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The granny state

IFAs have differing opinions over whether the tax advantages of National Savings & Investments products outweigh their generally low rates of return.

Bestinvest business development manager Justin Modray is a big fan of National Savings’ index-linked certificates which are free of income tax. The three-year and five-year products pay 0.95 per cent and 1.05 per cent over the retail price index.

Modray says: “For those who can tie the money away for that period of time, it is a good way to safeguard cash in an investor’s portfolio against inflation. The National Lottery has proved that we are a nation of gamblers and premium bonds allow people to have a gamble with their cash without putting it at risk.”

Hargreaves Lansdown senior investment analyst Meera Patel is also a fan of premium bonds, which average a 3.2 per cent return but offer the chance to win up to 1m, depending on National Savings computer Ernie. There is also the chance of no return but the capital is guaranteed.

She says: “I invest in premium bonds myself, even though I know that they are theoretically a poor investment but it is always nice to get 50 in the post and I am selfish and want to get the million. As someone who wants to buy a house soon, I invest in premium bonds and cash Isas because I cannot afford to have my money tied up in equities.”

Patel feels that National Savings products should appeal to higher-rate taxpayers looking to use all their tax-free allowances but points out that the products are also designed to appeal to people who do not fully understand what is available on the market.

She says: “The online ING account offers 5 per cent, whereas the National Savings easy access account offers 3.5 to 4.55 per cent, depending on the amount invested. Even after tax, the ING account is likely to be better value. It makes me wonder why on earth people do not shop around.”

Baronworth director Colin Jackson gives the example of National Savings pensioner bonds, which compare poorly with guaranteed income bonds, despite apparent tax advantages.

He says: “Take a five year pensioner’s bond, which pays 4.15 per cent gross. If a pensioner has 50,000 to invest, I can get them 4.3 per cent net with Countrywide in a guaranteed bond. That is the equivalent of 5.37 per cent gross.

“On a one-year pensioner’s bond, a 25,000 investment pays 4 per cent gross. I can get them a Pinnacle guaranteed bond that pays 5.02 per cent gross for someone paying basic-rate tax.”

But Jackson points out there are a lot of investors who will not go anywhere except National Savings. These people, he says, are generally without the knowledge or access needed to make an informed decision.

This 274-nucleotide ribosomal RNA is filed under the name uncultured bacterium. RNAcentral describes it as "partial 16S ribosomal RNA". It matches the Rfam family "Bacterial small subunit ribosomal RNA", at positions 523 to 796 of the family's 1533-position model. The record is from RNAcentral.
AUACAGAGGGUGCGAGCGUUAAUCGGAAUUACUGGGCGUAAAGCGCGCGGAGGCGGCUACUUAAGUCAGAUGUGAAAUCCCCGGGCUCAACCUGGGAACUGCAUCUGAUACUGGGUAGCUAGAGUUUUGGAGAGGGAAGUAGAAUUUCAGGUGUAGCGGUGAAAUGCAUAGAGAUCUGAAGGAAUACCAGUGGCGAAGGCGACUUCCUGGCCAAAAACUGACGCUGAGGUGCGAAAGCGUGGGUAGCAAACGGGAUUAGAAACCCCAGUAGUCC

He says: “Pensioners are getting ripped off. They do not have the internet, they do not hear about the alternatives and they feel comfortable with National Savings but you have got to be hard-nosed.”

Chambers Morgan James director Marlene Shalton thinks that people are generally more commercially aware these days and shop around more than they used to but there is a lot of consumer apathy. She says: “I am amazed, for example, at how many people have money sitting in current accounts that earn them no interest. I say to them, would you throw 500 out in the street? That is effectively what they are doing.”

Buckles Investment Services senior investment adviser Colin Williams thinks Nat-ional Savings benefits from consumer narrow-mindedness. He says: “Some people do not like ING, for example, because they do not know the name and it is an internet account. By contrast, most grannies just love National Savings.”

National Savings spokes-man Jonathan Akerman def-ends the products and says National Savings is often criticised for its interest rates but it is not in the business of headline-grabbing bonus rates. Its approach is to offer consistency and accessibility to customers.

He says: “In terms of tax advantages, investors are getting something that other companies cannot offer, particularly for higher-rate taxpayers investing in index-linked savings certificates.A higher-rate taxpayer would have to find an equivalent account paying 7.42 per cent in this case. When you look at the details of our products you can see the point in investing. Our children’s bonus bonds offer tax free interest until the child is 21, for example.

“The fundamental thing is that we are unique – we offer 100 per cent capital security.It will take people time to recover from the shocks of the stockmarket’s performance over recent years and they are thinking that perhaps a headline rate just is not enough these days.”

Despite the granny stereotype, National Savings holds 80 per cent of the market for guaranteed equity bonds, which it largely sells to 35-50 year-olds.

These bonds pay 105 per cent of growth in the FTSE 100 over five years, providing a transparent investment solution for a younger market. However, some IFAs would question the merits of relying on the FTSE 100’s performance, even if just to beat inflation.

The rates offered by National Savings products, despite apparent tax incentives, are not spectacular but are reasonably competitive.

Whether IFAs choose to recommend them to cautious investors as an option for investing the cash portion of their portfolios is likely to depend on rate comparisons. But following the stockmarket problems of recent years,the strength of the National Savings brand is hard to deny. After all, everybody trusts the Government, don’t they?

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